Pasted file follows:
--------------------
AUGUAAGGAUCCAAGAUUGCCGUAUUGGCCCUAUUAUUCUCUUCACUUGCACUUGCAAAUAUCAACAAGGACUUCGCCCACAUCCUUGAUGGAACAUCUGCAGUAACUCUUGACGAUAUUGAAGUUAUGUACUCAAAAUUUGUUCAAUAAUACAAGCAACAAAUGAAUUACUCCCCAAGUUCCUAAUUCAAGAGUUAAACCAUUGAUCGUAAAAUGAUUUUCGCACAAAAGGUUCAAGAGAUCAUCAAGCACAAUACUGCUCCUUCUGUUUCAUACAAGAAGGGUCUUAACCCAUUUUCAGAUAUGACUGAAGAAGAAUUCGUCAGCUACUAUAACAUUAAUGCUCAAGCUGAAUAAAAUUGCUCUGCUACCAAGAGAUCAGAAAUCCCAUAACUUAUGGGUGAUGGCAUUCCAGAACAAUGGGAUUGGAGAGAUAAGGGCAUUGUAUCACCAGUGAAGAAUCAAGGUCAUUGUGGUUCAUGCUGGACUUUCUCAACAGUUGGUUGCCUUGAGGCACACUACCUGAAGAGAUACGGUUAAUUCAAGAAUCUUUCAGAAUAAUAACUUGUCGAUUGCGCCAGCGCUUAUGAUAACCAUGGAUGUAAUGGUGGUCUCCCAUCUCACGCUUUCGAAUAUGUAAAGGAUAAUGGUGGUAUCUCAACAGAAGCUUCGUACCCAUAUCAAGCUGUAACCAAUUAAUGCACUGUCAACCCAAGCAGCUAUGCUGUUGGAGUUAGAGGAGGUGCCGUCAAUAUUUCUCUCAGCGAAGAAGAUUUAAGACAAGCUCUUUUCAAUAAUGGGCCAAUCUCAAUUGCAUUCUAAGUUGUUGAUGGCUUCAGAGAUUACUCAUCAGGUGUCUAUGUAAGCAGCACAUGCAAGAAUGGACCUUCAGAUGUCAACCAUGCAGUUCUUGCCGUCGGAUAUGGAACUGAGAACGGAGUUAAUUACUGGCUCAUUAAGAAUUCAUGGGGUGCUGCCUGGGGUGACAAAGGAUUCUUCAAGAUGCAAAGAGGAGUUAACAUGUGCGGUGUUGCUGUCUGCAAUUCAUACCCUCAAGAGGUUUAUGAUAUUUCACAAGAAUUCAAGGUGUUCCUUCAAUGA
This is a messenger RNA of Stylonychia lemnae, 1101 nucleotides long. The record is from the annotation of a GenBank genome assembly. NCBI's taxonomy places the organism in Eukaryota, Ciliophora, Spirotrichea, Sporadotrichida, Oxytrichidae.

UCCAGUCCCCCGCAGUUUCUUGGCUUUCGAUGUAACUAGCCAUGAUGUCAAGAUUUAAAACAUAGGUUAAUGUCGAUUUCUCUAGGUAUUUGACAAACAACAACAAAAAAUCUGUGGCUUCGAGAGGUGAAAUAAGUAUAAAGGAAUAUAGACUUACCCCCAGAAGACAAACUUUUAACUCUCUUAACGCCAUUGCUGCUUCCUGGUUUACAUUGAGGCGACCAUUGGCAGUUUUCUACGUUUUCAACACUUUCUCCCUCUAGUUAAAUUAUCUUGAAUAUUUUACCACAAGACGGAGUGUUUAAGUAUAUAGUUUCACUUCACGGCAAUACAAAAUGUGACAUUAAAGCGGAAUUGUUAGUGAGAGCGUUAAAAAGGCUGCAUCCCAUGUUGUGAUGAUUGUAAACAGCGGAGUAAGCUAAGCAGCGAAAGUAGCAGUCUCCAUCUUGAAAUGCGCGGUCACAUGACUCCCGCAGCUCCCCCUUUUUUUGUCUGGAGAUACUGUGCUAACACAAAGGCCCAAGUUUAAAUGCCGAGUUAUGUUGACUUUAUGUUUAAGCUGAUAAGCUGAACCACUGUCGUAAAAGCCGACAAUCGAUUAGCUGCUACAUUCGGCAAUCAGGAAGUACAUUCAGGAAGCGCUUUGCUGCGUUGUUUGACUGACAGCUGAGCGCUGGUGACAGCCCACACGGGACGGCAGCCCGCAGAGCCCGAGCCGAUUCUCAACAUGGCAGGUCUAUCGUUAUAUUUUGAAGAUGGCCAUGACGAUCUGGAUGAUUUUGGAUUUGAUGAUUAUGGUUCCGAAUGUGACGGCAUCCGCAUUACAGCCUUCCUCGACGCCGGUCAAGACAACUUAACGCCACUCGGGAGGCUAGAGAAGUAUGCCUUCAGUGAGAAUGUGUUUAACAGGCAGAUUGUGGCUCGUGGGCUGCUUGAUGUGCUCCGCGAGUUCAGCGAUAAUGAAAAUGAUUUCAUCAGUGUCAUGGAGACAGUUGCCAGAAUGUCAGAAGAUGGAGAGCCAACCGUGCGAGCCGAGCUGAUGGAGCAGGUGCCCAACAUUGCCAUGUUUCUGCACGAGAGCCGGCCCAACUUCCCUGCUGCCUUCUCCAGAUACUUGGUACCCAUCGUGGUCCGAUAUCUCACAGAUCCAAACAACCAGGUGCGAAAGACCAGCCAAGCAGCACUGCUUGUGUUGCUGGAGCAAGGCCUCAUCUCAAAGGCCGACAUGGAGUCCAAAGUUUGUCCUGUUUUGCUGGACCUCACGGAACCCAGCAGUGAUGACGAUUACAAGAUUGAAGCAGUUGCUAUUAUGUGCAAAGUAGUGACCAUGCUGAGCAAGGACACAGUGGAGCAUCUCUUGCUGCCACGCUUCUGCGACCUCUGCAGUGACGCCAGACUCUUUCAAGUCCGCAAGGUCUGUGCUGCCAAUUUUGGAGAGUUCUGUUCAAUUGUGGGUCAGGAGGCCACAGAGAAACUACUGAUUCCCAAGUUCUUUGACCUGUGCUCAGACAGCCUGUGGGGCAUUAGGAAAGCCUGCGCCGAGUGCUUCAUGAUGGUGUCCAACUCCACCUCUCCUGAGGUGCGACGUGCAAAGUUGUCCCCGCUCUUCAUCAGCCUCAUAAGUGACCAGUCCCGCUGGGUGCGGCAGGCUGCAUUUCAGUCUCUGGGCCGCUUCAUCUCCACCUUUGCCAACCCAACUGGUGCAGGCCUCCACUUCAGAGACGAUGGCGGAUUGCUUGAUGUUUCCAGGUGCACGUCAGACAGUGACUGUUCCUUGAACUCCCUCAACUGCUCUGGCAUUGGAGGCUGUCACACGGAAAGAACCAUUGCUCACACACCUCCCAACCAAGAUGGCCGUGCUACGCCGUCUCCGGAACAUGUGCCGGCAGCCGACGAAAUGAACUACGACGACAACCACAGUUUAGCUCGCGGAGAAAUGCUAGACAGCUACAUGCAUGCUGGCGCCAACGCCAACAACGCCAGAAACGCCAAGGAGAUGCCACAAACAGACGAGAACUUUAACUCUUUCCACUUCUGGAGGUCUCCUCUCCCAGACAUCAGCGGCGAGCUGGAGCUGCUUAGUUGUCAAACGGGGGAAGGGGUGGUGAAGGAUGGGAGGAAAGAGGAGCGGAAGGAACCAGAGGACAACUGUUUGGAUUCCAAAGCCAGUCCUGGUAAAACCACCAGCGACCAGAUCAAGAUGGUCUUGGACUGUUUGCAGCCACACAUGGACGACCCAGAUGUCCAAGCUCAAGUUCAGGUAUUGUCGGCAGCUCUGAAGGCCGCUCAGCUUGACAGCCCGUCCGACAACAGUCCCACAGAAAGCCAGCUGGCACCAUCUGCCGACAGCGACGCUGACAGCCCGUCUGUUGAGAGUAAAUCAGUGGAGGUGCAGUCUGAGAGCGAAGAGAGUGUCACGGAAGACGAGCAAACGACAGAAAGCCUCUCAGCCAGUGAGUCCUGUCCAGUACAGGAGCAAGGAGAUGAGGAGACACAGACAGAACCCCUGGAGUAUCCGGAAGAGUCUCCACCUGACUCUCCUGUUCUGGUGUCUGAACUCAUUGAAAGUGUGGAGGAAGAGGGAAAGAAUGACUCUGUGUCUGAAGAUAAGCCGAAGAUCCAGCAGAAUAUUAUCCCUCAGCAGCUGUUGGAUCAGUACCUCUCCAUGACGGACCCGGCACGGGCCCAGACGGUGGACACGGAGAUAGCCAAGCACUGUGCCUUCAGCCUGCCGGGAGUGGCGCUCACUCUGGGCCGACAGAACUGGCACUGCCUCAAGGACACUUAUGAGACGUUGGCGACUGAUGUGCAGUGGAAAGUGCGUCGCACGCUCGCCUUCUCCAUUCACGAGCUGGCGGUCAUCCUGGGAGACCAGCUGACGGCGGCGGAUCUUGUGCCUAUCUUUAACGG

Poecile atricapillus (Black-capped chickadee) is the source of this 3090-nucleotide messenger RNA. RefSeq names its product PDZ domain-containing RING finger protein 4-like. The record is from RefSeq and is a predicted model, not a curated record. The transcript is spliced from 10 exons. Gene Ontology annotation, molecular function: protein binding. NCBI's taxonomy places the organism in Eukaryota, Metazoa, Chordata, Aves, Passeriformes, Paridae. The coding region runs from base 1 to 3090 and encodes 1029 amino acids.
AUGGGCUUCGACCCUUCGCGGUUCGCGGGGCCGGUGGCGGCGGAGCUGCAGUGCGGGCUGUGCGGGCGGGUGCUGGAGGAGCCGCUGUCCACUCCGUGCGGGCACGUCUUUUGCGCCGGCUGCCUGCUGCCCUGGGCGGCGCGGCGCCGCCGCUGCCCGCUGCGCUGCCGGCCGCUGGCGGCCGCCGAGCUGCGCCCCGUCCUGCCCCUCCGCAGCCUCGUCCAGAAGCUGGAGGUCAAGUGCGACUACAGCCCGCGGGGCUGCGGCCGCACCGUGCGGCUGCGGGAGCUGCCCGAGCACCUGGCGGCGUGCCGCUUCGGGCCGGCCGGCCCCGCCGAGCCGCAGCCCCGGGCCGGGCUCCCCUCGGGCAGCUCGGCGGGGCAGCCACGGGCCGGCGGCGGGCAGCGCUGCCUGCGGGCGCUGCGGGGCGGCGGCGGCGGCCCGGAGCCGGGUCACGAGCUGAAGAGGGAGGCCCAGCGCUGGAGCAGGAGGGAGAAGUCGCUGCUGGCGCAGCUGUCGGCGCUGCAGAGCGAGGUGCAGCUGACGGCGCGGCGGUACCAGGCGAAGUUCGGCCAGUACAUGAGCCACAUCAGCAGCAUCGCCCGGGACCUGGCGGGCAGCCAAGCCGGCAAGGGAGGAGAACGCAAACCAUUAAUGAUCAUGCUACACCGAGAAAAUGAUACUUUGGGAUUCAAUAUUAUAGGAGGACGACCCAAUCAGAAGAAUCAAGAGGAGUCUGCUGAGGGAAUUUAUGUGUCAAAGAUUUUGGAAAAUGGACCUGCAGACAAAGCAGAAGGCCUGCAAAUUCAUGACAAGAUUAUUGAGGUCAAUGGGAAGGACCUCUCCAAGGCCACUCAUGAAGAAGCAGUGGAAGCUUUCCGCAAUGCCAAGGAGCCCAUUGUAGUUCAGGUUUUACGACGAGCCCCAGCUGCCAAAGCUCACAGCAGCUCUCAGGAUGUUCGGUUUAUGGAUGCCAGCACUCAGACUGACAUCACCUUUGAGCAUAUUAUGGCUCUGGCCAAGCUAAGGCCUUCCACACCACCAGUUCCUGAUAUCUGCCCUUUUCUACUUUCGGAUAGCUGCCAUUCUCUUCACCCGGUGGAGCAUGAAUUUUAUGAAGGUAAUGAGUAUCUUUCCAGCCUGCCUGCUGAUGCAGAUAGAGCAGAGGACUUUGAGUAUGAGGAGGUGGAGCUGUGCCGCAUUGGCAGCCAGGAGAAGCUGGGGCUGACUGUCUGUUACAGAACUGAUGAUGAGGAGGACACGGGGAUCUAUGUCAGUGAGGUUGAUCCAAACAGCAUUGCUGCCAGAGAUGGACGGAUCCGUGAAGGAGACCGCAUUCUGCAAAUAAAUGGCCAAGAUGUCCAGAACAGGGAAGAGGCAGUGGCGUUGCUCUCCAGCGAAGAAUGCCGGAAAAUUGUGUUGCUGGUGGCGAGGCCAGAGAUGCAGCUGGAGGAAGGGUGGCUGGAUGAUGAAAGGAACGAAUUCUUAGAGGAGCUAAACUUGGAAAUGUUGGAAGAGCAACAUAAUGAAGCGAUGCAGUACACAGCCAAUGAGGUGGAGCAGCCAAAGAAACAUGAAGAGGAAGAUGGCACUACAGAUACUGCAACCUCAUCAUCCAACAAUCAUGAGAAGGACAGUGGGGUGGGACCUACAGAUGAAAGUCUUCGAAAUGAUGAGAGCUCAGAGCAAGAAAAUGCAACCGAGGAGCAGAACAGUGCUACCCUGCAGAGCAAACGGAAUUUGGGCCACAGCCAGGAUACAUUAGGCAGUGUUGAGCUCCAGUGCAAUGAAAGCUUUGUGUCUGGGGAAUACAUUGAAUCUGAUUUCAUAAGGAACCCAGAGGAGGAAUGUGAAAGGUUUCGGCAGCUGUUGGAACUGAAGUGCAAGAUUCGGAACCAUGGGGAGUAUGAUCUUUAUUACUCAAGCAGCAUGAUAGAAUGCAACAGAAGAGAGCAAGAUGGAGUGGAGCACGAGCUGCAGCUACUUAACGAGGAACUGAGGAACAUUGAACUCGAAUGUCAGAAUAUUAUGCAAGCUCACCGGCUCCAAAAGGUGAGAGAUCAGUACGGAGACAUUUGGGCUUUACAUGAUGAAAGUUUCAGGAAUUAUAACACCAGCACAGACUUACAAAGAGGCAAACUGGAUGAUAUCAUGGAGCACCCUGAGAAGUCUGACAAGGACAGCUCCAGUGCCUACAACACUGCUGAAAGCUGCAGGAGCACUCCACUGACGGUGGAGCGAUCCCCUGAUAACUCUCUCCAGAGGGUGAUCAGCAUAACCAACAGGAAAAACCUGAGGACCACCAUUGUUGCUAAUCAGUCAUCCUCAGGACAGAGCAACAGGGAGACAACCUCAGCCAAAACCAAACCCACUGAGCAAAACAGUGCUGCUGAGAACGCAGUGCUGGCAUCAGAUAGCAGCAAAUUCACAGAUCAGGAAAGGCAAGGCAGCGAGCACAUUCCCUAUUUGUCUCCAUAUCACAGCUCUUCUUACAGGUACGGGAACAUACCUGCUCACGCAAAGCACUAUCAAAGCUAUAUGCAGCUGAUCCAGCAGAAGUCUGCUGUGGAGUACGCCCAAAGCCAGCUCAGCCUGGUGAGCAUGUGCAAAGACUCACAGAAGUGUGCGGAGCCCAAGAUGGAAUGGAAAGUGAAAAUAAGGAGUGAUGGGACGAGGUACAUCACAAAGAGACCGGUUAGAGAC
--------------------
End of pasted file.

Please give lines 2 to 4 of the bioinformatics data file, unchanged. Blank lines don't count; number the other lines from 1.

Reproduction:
This is a messenger RNA of Stylonychia lemnae, 1101 nucleotides long. The record is from the annotation of a GenBank genome assembly. NCBI's taxonomy places the organism in Eukaryota, Ciliophora, Spirotrichea, Sporadotrichida, Oxytrichidae.

UCCAGUCCCCCGCAGUUUCUUGGCUUUCGAUGUAACUAGCCAUGAUGUCAAGAUUUAAAACAUAGGUUAAUGUCGAUUUCUCUAGGUAUUUGACAAACAACAACAAAAAAUCUGUGGCUUCGAGAGGUGAAAUAAGUAUAAAGGAAUAUAGACUUACCCCCAGAAGACAAACUUUUAACUCUCUUAACGCCAUUGCUGCUUCCUGGUUUACAUUGAGGCGACCAUUGGCAGUUUUCUACGUUUUCAACACUUUCUCCCUCUAGUUAAAUUAUCUUGAAUAUUUUACCACAAGACGGAGUGUUUAAGUAUAUAGUUUCACUUCACGGCAAUACAAAAUGUGACAUUAAAGCGGAAUUGUUAGUGAGAGCGUUAAAAAGGCUGCAUCCCAUGUUGUGAUGAUUGUAAACAGCGGAGUAAGCUAAGCAGCGAAAGUAGCAGUCUCCAUCUUGAAAUGCGCGGUCACAUGACUCCCGCAGCUCCCCCUUUUUUUGUCUGGAGAUACUGUGCUAACACAAAGGCCCAAGUUUAAAUGCCGAGUUAUGUUGACUUUAUGUUUAAGCUGAUAAGCUGAACCACUGUCGUAAAAGCCGACAAUCGAUUAGCUGCUACAUUCGGCAAUCAGGAAGUACAUUCAGGAAGCGCUUUGCUGCGUUGUUUGACUGACAGCUGAGCGCUGGUGACAGCCCACACGGGACGGCAGCCCGCAGAGCCCGAGCCGAUUCUCAACAUGGCAGGUCUAUCGUUAUAUUUUGAAGAUGGCCAUGACGAUCUGGAUGAUUUUGGAUUUGAUGAUUAUGGUUCCGAAUGUGACGGCAUCCGCAUUACAGCCUUCCUCGACGCCGGUCAAGACAACUUAACGCCACUCGGGAGGCUAGAGAAGUAUGCCUUCAGUGAGAAUGUGUUUAACAGGCAGAUUGUGGCUCGUGGGCUGCUUGAUGUGCUCCGCGAGUUCAGCGAUAAUGAAAAUGAUUUCAUCAGUGUCAUGGAGACAGUUGCCAGAAUGUCAGAAGAUGGAGAGCCAACCGUGCGAGCCGAGCUGAUGGAGCAGGUGCCCAACAUUGCCAUGUUUCUGCACGAGAGCCGGCCCAACUUCCCUGCUGCCUUCUCCAGAUACUUGGUACCCAUCGUGGUCCGAUAUCUCACAGAUCCAAACAACCAGGUGCGAAAGACCAGCCAAGCAGCACUGCUUGUGUUGCUGGAGCAAGGCCUCAUCUCAAAGGCCGACAUGGAGUCCAAAGUUUGUCCUGUUUUGCUGGACCUCACGGAACCCAGCAGUGAUGACGAUUACAAGAUUGAAGCAGUUGCUAUUAUGUGCAAAGUAGUGACCAUGCUGAGCAAGGACACAGUGGAGCAUCUCUUGCUGCCACGCUUCUGCGACCUCUGCAGUGACGCCAGACUCUUUCAAGUCCGCAAGGUCUGUGCUGCCAAUUUUGGAGAGUUCUGUUCAAUUGUGGGUCAGGAGGCCACAGAGAAACUACUGAUUCCCAAGUUCUUUGACCUGUGCUCAGACAGCCUGUGGGGCAUUAGGAAAGCCUGCGCCGAGUGCUUCAUGAUGGUGUCCAACUCCACCUCUCCUGAGGUGCGACGUGCAAAGUUGUCCCCGCUCUUCAUCAGCCUCAUAAGUGACCAGUCCCGCUGGGUGCGGCAGGCUGCAUUUCAGUCUCUGGGCCGCUUCAUCUCCACCUUUGCCAACCCAACUGGUGCAGGCCUCCACUUCAGAGACGAUGGCGGAUUGCUUGAUGUUUCCAGGUGCACGUCAGACAGUGACUGUUCCUUGAACUCCCUCAACUGCUCUGGCAUUGGAGGCUGUCACACGGAAAGAACCAUUGCUCACACACCUCCCAACCAAGAUGGCCGUGCUACGCCGUCUCCGGAACAUGUGCCGGCAGCCGACGAAAUGAACUACGACGACAACCACAGUUUAGCUCGCGGAGAAAUGCUAGACAGCUACAUGCAUGCUGGCGCCAACGCCAACAACGCCAGAAACGCCAAGGAGAUGCCACAAACAGACGAGAACUUUAACUCUUUCCACUUCUGGAGGUCUCCUCUCCCAGACAUCAGCGGCGAGCUGGAGCUGCUUAGUUGUCAAACGGGGGAAGGGGUGGUGAAGGAUGGGAGGAAAGAGGAGCGGAAGGAACCAGAGGACAACUGUUUGGAUUCCAAAGCCAGUCCUGGUAAAACCACCAGCGACCAGAUCAAGAUGGUCUUGGACUGUUUGCAGCCACACAUGGACGACCCAGAUGUCCAAGCUCAAGUUCAGGUAUUGUCGGCAGCUCUGAAGGCCGCUCAGCUUGACAGCCCGUCCGACAACAGUCCCACAGAAAGCCAGCUGGCACCAUCUGCCGACAGCGACGCUGACAGCCCGUCUGUUGAGAGUAAAUCAGUGGAGGUGCAGUCUGAGAGCGAAGAGAGUGUCACGGAAGACGAGCAAACGACAGAAAGCCUCUCAGCCAGUGAGUCCUGUCCAGUACAGGAGCAAGGAGAUGAGGAGACACAGACAGAACCCCUGGAGUAUCCGGAAGAGUCUCCACCUGACUCUCCUGUUCUGGUGUCUGAACUCAUUGAAAGUGUGGAGGAAGAGGGAAAGAAUGACUCUGUGUCUGAAGAUAAGCCGAAGAUCCAGCAGAAUAUUAUCCCUCAGCAGCUGUUGGAUCAGUACCUCUCCAUGACGGACCCGGCACGGGCCCAGACGGUGGACACGGAGAUAGCCAAGCACUGUGCCUUCAGCCUGCCGGGAGUGGCGCUCACUCUGGGCCGACAGAACUGGCACUGCCUCAAGGACACUUAUGAGACGUUGGCGACUGAUGUGCAGUGGAAAGUGCGUCGCACGCUCGCCUUCUCCAUUCACGAGCUGGCGGUCAUCCUGGGAGACCAGCUGACGGCGGCGGAUCUUGUGCCUAUCUUUAACGG

Poecile atricapillus (Black-capped chickadee) is the source of this 3090-nucleotide messenger RNA. RefSeq names its product PDZ domain-containing RING finger protein 4-like. The record is from RefSeq and is a predicted model, not a curated record. The transcript is spliced from 10 exons. Gene Ontology annotation, molecular function: protein binding. NCBI's taxonomy places the organism in Eukaryota, Metazoa, Chordata, Aves, Passeriformes, Paridae. The coding region runs from base 1 to 3090 and encodes 1029 amino acids.